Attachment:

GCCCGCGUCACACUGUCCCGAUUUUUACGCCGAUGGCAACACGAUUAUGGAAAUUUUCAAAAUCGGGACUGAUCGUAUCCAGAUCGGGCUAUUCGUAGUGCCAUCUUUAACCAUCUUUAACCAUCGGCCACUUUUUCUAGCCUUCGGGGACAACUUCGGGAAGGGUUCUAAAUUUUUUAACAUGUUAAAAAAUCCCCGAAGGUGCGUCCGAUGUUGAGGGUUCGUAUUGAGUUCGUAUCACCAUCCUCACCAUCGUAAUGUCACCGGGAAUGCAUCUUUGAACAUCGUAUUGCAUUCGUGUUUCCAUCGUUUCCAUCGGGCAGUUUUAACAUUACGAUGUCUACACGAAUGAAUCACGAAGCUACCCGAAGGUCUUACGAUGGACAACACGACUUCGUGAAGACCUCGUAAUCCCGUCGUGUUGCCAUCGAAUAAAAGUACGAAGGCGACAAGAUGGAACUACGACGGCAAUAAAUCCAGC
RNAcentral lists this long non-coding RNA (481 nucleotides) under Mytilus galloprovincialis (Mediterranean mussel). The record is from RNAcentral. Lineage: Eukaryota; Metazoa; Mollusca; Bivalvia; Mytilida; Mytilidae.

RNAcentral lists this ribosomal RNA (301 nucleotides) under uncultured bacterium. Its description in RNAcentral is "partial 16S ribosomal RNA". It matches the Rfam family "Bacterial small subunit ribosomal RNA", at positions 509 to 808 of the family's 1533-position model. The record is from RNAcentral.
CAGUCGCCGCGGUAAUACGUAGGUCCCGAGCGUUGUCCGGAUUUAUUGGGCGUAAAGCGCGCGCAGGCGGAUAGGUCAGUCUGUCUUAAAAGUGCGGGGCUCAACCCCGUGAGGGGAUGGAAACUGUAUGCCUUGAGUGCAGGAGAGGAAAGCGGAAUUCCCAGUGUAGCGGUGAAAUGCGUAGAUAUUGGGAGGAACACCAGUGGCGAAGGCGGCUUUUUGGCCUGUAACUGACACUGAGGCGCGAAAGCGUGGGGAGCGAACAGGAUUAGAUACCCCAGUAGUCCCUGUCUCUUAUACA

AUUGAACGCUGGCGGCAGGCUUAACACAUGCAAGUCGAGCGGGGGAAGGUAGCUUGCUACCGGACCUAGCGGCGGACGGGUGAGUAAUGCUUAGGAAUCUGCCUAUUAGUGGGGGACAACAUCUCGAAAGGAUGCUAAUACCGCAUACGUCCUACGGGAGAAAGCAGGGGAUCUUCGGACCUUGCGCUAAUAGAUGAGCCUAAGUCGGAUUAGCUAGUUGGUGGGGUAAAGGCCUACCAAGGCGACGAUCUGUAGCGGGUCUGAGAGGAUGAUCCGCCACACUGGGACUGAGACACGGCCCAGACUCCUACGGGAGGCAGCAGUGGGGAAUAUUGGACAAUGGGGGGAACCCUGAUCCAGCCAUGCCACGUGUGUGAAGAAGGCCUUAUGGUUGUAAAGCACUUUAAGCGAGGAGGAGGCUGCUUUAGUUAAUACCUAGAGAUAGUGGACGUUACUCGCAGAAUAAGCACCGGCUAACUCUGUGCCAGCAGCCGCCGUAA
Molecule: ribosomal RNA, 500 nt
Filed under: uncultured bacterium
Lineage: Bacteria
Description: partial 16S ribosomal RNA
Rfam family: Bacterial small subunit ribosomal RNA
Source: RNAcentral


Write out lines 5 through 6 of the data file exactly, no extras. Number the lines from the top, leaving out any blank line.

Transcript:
AUUGAACGCUGGCGGCAGGCUUAACACAUGCAAGUCGAGCGGGGGAAGGUAGCUUGCUACCGGACCUAGCGGCGGACGGGUGAGUAAUGCUUAGGAAUCUGCCUAUUAGUGGGGGACAACAUCUCGAAAGGAUGCUAAUACCGCAUACGUCCUACGGGAGAAAGCAGGGGAUCUUCGGACCUUGCGCUAAUAGAUGAGCCUAAGUCGGAUUAGCUAGUUGGUGGGGUAAAGGCCUACCAAGGCGACGAUCUGUAGCGGGUCUGAGAGGAUGAUCCGCCACACUGGGACUGAGACACGGCCCAGACUCCUACGGGAGGCAGCAGUGGGGAAUAUUGGACAAUGGGGGGAACCCUGAUCCAGCCAUGCCACGUGUGUGAAGAAGGCCUUAUGGUUGUAAAGCACUUUAAGCGAGGAGGAGGCUGCUUUAGUUAAUACCUAGAGAUAGUGGACGUUACUCGCAGAAUAAGCACCGGCUAACUCUGUGCCAGCAGCCGCCGUAA
Molecule: ribosomal RNA, 500 nt